1. This Austrian nonsense is the most absurd post-modernism out there! Are you saying that some things are not better for a person’s health than others, in an objective sense?

                1. I’m saying I don’t give a shit if some food products are better for your health than others, if the ad in question isn’t making a health claim.

                  Consider an ad that consists of the sentence:

                  “Hey, kids! Our french fries taste good!”

                  That statement is true. (At least, in the sense that many consumers who try the product will agree that it tastes good.)

                  I don’t see any justification for you telling me I can’t run that ad. You might have some other scheme you’re running on your own time to improve people’s health, but I don’t give a shit about that and shouldn’t have to give a shit about that. I just want to sell people some fries that taste good.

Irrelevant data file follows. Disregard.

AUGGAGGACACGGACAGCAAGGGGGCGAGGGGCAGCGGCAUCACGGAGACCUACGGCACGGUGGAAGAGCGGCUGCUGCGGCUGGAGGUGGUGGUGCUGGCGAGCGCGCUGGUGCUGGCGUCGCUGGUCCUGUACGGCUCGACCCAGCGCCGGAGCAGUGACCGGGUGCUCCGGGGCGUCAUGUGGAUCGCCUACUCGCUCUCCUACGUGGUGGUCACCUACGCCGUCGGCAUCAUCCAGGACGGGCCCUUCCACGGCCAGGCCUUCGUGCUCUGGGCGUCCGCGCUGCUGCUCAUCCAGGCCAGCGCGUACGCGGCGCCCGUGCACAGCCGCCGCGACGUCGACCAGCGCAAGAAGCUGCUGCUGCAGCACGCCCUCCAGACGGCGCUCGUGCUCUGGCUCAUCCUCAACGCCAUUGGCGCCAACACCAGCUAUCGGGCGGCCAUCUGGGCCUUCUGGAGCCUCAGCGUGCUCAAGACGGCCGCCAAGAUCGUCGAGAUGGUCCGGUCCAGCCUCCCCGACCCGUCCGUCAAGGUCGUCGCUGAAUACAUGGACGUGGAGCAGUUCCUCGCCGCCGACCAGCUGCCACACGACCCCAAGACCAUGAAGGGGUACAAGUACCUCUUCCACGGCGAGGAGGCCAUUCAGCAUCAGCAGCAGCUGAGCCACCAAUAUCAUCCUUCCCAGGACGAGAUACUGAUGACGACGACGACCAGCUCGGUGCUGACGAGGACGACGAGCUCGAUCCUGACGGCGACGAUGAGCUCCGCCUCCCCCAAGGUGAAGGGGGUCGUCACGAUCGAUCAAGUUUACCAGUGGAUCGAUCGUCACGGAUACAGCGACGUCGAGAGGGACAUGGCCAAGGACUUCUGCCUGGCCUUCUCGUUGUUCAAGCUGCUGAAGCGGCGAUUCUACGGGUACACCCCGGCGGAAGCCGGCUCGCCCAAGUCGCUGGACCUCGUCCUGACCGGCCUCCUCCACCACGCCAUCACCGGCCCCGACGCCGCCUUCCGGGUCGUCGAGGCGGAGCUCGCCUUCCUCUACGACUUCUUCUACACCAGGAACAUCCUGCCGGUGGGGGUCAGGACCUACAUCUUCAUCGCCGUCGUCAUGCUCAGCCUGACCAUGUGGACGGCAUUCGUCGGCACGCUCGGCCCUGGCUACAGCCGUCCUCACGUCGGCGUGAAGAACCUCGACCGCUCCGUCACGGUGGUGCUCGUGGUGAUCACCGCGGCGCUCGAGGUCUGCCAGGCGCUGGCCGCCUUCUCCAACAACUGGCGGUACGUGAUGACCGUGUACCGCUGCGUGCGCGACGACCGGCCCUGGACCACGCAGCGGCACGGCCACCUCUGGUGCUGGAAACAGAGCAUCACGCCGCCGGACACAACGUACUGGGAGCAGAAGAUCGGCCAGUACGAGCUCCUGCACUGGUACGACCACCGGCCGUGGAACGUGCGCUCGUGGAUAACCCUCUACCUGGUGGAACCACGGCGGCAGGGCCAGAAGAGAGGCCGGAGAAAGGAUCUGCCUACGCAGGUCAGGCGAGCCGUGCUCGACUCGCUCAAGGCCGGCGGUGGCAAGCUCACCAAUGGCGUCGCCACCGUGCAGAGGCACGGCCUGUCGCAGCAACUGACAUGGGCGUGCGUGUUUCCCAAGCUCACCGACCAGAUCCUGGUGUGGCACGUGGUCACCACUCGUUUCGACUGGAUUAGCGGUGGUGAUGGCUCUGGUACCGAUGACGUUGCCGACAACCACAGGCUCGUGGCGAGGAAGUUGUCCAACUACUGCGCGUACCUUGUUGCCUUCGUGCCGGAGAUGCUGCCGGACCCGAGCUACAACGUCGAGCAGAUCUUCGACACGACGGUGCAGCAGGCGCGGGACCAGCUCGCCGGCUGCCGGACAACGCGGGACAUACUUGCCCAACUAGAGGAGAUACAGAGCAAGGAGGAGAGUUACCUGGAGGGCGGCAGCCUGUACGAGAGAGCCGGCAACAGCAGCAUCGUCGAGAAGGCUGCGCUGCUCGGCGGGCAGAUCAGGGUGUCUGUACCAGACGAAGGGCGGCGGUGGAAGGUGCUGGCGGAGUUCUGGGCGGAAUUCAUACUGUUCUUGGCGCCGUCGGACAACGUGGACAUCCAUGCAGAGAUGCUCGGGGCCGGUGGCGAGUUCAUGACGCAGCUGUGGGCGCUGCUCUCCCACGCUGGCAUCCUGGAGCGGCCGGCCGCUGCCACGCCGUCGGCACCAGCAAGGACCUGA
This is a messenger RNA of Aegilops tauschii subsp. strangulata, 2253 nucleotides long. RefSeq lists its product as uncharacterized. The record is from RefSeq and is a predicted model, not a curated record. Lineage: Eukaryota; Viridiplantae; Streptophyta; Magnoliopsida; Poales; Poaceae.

2. Are you saying that some things are not better for a person’s health than others, in an objective sense?

                  In an objective sense doing anything that involves leaving your house can be worse for your health. We obviously must restrict anything that might encourage kids to play dangerously.

            2. And some things can be regulated in ways that protect kids while infringing on adults very little.

              So you are arguing that the FCC has infringed on adults very little, right?

              1. John, I don’t know whose arguments you do a worse job at making, yours or mine.

                No I don’t like the job the FCC did. If all it did was restrict ads aimed at children then I would be fine. As it is it has an incredibly broad and blunt effort of censorship that needlessly restricts adults.

                1. No I don’t like the job the FCC did. If all it did was restrict ads aimed at children then I would be fine. As it is it has an incredibly broad and blunt effort of censorship that needlessly restricts adults.